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Is Ilya Bryzgalov Worth Re-signing?

The Minnesota Wild enter the 2014-15 season with high expectations on their shoulders. But will the Wild's stable of goaltenders be up to the task without last season's trade deadline acquisition, Ilya Bryzgalov?

Minnesota Wild goaltender Ilya Bryzgalov makes a stop on Chicago Blackhawks forward Patrick Sharp.
Minnesota Wild goaltender Ilya Bryzgalov makes a stop on Chicago Blackhawks forward Patrick Sharp.
Brace Hemmelgarn-USA TODAY Sports

For years, the Minnesota Wild have been known as a "defense-first" "trap-team" with great goaltending standing as the lone feather in the State of Hockey's cap. Now, Minnesota has a solid defense, a potentially quite lethal forward corps...and an, at times, disastrous situation in net.

Last season, the Wild dressed seven different netminders, starting a whopping five of them. Niklas Backstrom, Josh Harding, rookie Darcy Kuemper, Ilya Bryzgalov and minor-league journeyman John Curry all started at least one game.

Harding, who was diagnosed with Multiple Sclerosis in 2012, had his best season ever, leading Minnesota with an 18-7-3 record, three shutouts and league-bests in save percentage and goals against average with a .933 and a 1.65, respectively. However, complications with MS medications prevented Harding from playing a single game in 2014, but he appears to enter the 2014-15 season in top shape. When he's healthy, Harding is one of the best goaltenders in the league--he won't be leaving anytime soon. Besides, his condition makes him impossible to trade both in the ethic and business sense.

Backstrom came into the league as an undrafted free agent goalie out of Finland, usurped the throne that rightfully belonged to 2002 38th overall pick Harding and was arguably a top-5 NHL goaltender his first three seasons in the league under legendary head coach Jacques Lemaire. In that span, he notched a 93-45-22 record with a .924 save percentage, a 2.20 goals against average and 17 shutouts.

Since Lemaire's departure, Backstrom's numbers have settled back to Earth with a 96-90-25 record, a .909 save percentage, a 2.66 goals against average and 11 shutouts. A big reason Backstrom has declined is due to a number of injuries and health concerns, but a 5-11-2 record, a .899 save percentage and a 3.02 goals against average in 21 games last season is just the worst in a five-year downward trajectory.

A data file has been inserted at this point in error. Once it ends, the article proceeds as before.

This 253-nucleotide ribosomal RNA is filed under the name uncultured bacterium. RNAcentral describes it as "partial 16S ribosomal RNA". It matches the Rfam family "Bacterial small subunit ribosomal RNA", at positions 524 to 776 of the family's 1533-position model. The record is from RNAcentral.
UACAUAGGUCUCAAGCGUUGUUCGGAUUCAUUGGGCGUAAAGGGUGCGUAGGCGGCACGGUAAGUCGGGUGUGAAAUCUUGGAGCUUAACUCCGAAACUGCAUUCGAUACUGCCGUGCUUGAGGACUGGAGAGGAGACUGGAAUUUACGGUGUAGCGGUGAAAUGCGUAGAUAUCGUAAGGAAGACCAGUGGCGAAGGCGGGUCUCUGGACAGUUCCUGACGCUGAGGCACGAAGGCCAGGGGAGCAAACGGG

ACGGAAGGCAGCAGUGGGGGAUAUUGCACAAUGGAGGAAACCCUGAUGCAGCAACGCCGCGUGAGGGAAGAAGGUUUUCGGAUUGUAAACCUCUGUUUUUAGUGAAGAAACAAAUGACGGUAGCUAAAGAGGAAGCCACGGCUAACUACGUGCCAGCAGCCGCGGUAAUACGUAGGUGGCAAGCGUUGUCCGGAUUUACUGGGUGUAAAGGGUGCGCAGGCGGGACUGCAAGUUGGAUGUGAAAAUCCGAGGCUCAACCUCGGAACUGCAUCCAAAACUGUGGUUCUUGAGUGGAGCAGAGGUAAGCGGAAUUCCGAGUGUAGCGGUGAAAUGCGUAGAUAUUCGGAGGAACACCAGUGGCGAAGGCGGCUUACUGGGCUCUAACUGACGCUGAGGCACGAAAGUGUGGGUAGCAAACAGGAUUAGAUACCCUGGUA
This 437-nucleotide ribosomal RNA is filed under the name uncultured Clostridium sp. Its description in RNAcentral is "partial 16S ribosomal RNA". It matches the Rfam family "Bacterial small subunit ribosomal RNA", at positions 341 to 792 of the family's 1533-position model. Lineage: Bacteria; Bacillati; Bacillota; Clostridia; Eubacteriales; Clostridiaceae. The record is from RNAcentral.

Backstrom is supposedly healthy and ready to take back the No. 1 role, but Backstrom as Minnesota's main starter is no longer something to rely on--it's potentially a head coach's worst nightmare. There are other options, however. Darcy Kuemper is the heir to Backstrom's tenuous throne, in fact, he's arguably the better choice, but he has yet to sign with the club and only has 32 regular season games to his credit. The big 6'5" 205-pound goaltender stepped up beautifully in the place of Harding and Backstrom, notching a 12-8-4 record, a .915 save percentage, a 2.43 goals against average and two shutouts. But with Johan Gustafsson struggling in his first pro season with the farm club, Wild GM Chuck Fletcher knew he couldn't place all his eggs in a basket held be a rookie, even one so promising as Kuemper.

That's when Bryzgalov came into the picture. After a poor 20-game campaign with the struggling Edmonton Oilers, Fletcher pulled the trigger on the Russian netminder at the extremely cheap price tag of a spare 2014 fourth round pick. Oh, what magic Fletcher can make with something as simple as that. In 12 games with Minnesota, the former Phoenix and Philadelphia starter produced some outstanding results with a 7-1-3 record, a .911 save percentage, a 2.12 goals against average and an impressive three shutouts.

Many weren't sure how the enigmatic goaltender would fare in the Twin Cities, but it quickly became apparent he was enjoying himself in the State of Hockey. That may be a big reason why Bryzgalov has ordered his agent to do whatever he can to re-sign with Minnesota. Even if it means signing at a discount. Isn't it nice when players want to sign with the Wild?

The fact of the matter is that Minnesota certainly could use a man like Bryzgalov right now. There's hardly anyone better left on the market, there's no guarantee Harding will stay healthy and, as talented as he is, Kuemper has just 32 games under his belt. Backstrom is certainly worth something to someone, if Fletcher is able to find a willing trade partner, the departure of the stoic Finn is just about the only thing that will allow a move to bring Bryzgalov back into the fold. Unfortunately, it's almost certain if such a situation ever presented itself, Fletcher would have made the move already.

There's no question Backstrom is the best goaltender to ever lace up the skates for the Wild, but his day as the undisputed starter is long gone. That title rightfully belongs to Harding, who would be downright unbelievable were it not for his MS, but is destined to soon pass to Kuemper. However, Bryzgalov provides a stop-gap to ensure the youngster doesn't have to take on the mantle until the time is right. That said, it doesn't need to be a lengthy contract--the time of the "Kuemperor" is already swiftly approaching.